Oh my goodness, I have been swept away by this glorious book. It really is a dark gem: a captivating story, rich with historical details, and packed full of full of characters, incidents, ideas and images.
The story is brought to life by an extraordinary cast of characters so vividly painted. There is a cruel villain, a resourceful heroine, a penniless lover, and a mad woman. There are servants who are loyal but powerless; and there are friends who cannot help as much as they might like but who will do whatever they can.
At the centre of the story are the trials of Marcella Fasan, daughter of an aristocratic Venetian family; whose jealous, brother, Minguillo, will do anything – anything – in his power to strip her of her rightful inheritance.
Minguello Fasan, born in 1784 is ruthless, malevolent, sadistic, and downright amoral. He aware of the dislike that his whole household, even his parents, feels for him; but he doesn’t doubt for a moment that it is for him, and for him alone, to inherit all his family’s wealth and social position.
He is repellent, but he is also a charming and compelling storyteller
Minguello’s collection of books bound in human skin is his consuming passion.
Marcella Fasan, his only surviving sister, is loved by everyone; but she learns at a very early age that it is wise to stay out of her brother’s way, and that it is wise to keep her worries to herself, and to show no attachment to any of the people around her so that they do not incur the wrath of Minguillo.
At first I found her almost too good, too stoical, but I quickly came to understand and to love Marcella. She was intelligent, she was a talented artist; and she had sufficient faith, courage and resourcefulness to rise above everything her brother did to her.
He did her physical harm, but her luminous skin wold always be beautiful.
Doctor Santo Aldobrandini was a poor orphan, but his good heart, his burning desire to help the afflicted, and his willingness to work hard to achieve his ambitions led him to an apprenticeship with a surgeon. He found himself allied with Napoleon when he was called upon to treat those injured in the course of Bonaparte’s march across Europe; and in Venice he saw Marcella and he fell helplessly in love. At first he loved her from afar, knowing that his station in life was far below hers, but when he was made aware of her brother’s malevolent treatment of her he knew that he had to act.
I loved his story, and I came to love him.
Santo’s had a special medical interest: conditions of the skin.
Gianni delle Boccole, Minguillo’s semi-literate valet, presented himself as a fool to gain the trust of his master, but he was devoted to Marcella and he would do whatever he could to help her.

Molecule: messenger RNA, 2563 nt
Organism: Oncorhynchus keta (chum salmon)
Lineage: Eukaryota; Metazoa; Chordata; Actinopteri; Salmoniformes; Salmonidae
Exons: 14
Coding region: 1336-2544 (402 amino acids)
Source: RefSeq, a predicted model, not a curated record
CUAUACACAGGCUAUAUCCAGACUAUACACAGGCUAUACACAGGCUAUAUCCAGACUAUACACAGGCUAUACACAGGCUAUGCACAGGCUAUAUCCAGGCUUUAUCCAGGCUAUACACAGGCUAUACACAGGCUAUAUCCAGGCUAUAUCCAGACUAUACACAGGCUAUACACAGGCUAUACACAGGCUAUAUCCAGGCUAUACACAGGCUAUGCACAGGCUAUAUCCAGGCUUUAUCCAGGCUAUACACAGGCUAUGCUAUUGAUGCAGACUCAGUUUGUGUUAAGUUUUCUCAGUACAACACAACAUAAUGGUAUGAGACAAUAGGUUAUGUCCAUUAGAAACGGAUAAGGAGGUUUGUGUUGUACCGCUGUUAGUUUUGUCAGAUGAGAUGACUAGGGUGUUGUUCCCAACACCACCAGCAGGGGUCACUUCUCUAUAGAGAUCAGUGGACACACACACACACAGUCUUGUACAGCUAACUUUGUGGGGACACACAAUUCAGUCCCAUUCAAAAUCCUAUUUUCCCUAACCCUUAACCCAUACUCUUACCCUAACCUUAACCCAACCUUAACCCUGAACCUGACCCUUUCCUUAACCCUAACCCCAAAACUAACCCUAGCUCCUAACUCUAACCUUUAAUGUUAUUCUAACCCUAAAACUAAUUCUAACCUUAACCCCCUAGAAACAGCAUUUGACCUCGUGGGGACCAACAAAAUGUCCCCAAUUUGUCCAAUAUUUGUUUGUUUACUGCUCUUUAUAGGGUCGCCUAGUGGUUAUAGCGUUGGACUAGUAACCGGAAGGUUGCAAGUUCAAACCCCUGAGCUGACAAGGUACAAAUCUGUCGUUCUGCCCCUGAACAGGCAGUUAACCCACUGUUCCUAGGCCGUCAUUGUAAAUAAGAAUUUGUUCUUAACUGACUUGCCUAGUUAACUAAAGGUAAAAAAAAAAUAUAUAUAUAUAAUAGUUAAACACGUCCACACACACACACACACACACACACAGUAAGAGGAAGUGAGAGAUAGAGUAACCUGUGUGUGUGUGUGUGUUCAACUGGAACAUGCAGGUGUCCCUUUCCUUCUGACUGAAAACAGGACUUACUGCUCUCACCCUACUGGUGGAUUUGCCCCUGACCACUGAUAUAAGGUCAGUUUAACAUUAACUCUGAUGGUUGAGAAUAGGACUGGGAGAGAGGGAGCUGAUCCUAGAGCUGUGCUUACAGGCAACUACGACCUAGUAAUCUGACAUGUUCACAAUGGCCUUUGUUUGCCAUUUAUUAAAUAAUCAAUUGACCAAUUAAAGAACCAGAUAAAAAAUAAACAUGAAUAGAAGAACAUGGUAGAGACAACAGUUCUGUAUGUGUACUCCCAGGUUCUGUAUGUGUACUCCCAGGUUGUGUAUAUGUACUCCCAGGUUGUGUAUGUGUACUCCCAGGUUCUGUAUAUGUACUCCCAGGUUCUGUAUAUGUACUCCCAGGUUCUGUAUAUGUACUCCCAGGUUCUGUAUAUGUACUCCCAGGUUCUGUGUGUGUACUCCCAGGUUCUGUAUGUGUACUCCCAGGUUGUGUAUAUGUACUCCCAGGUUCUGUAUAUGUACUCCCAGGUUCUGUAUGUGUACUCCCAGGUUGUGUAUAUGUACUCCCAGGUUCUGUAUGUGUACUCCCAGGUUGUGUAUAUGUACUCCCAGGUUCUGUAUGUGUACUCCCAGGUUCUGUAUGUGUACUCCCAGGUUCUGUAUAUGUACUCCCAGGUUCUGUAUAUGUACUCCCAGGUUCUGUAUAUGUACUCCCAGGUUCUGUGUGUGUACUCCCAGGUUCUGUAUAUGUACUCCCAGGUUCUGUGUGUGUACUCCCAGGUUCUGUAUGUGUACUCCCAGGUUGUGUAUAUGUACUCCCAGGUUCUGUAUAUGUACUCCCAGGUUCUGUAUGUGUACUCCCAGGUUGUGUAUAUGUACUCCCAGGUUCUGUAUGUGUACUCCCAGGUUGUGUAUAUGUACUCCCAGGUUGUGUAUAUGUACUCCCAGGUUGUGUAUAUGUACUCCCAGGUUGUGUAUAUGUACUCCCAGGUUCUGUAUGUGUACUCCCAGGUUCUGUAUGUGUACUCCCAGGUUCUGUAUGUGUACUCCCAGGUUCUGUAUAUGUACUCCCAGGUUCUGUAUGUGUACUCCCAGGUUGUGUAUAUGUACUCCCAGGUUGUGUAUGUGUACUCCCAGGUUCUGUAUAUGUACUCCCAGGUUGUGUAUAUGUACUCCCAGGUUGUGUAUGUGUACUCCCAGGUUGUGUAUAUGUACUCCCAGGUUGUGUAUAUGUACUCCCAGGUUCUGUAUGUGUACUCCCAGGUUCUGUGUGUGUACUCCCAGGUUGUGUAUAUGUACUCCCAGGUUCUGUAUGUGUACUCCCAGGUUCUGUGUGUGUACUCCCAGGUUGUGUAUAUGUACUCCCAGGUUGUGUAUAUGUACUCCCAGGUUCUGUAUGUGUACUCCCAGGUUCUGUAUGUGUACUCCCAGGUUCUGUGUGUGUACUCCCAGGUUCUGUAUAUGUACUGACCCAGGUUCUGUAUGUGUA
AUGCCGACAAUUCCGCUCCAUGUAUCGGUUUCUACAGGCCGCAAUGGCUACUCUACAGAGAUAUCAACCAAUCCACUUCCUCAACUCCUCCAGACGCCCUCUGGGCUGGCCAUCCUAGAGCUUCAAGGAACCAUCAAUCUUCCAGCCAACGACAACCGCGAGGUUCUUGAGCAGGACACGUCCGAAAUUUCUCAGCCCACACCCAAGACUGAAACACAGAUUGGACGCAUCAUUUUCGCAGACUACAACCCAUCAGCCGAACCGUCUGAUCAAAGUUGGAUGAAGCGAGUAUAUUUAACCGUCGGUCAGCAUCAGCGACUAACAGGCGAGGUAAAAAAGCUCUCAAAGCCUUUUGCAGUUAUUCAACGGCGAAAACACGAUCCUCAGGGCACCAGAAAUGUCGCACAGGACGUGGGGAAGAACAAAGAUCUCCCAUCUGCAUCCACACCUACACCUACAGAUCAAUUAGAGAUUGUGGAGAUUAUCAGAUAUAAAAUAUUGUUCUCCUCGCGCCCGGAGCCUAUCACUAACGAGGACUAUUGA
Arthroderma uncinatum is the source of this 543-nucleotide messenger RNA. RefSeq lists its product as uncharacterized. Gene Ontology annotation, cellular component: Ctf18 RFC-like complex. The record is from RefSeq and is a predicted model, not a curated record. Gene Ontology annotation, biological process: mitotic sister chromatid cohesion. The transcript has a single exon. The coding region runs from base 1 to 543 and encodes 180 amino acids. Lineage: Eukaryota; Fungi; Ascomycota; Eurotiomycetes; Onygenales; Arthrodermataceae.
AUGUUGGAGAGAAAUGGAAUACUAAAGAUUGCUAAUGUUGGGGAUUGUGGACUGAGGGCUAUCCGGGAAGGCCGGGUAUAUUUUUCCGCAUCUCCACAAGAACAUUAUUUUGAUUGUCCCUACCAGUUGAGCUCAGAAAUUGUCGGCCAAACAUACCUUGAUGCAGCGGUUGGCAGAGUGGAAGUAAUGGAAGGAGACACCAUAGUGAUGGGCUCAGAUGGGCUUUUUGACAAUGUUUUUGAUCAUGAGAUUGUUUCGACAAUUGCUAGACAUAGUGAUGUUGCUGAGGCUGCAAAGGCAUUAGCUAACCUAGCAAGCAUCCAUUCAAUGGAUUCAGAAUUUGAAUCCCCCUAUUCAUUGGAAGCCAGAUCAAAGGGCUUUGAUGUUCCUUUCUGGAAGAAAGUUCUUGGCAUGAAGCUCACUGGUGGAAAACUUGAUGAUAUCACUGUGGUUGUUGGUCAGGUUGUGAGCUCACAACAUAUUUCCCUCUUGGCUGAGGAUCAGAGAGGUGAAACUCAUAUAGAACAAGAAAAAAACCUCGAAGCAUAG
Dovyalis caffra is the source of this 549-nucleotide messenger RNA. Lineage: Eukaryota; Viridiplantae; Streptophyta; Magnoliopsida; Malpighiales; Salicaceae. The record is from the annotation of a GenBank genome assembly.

His spelling and grammar was idiosyncratic, but I came to love it, but I came to love his warmth and wit. It was such a lovely contrast to the darker side if the story.
Gianni, Minguillo’s semi-literate valet, plays the fool in order to gain the trust of his wary master and eventually plays a crucial role in rescuing Marcella, the damsel in distress.
Meanwhile, in Peru, Sor Loreta, dreamed of becoming a martyr, a saint, and the prioress of Santa Catalina. She was so sure that she was right, and that her way was right, that she dismissed any disagreement as the work of the devil. She believed that she was on the road to God; her mother superior, and everyone else around her, believed that she was deranged and delusional.
Her story was compelling; her psychology was fascinating.
Sor Loretta’s first step towards god was the mortification of the flesh.
A wonderfully wide-ranging plot, rich with details, taking in European and Latin American history, art and culture, religion and convent life, and a wonderful cast of supporting characters, each with their own story, twists and turns so cleverly until every one of those five narrators has told their story.
That story was theatrical; it was utterly believable – on its own terms – but it was just a little bit larger than life. The shifts between characters who stood for the light and characters who stood for the dark were very effective, and it was only when the narrative stayed with one side or the other for too long that it lost its hold, just a little.
Michelle Lovric’s writing is rich and lovely, and she paints a wonderfully detailed picture of her characters and everything in their worlds. I can’t mention everything, but I must mention that I was delighted to meet Cecilia Cornaro, whose own story was told in ‘Carnevale’ again, and I was so pleased that she had a significant part to play in Marcella’s life.
There’s a wealth of history underpinning this story; it’s very cleverly done, and I couldn’t doubt for a moment that Michelle Lovric knew and loved that history.
At the centre of it all was a wonderful story, a story that I could hardly predict at all, and that story – and its five wonderful narrators held me from start to finish.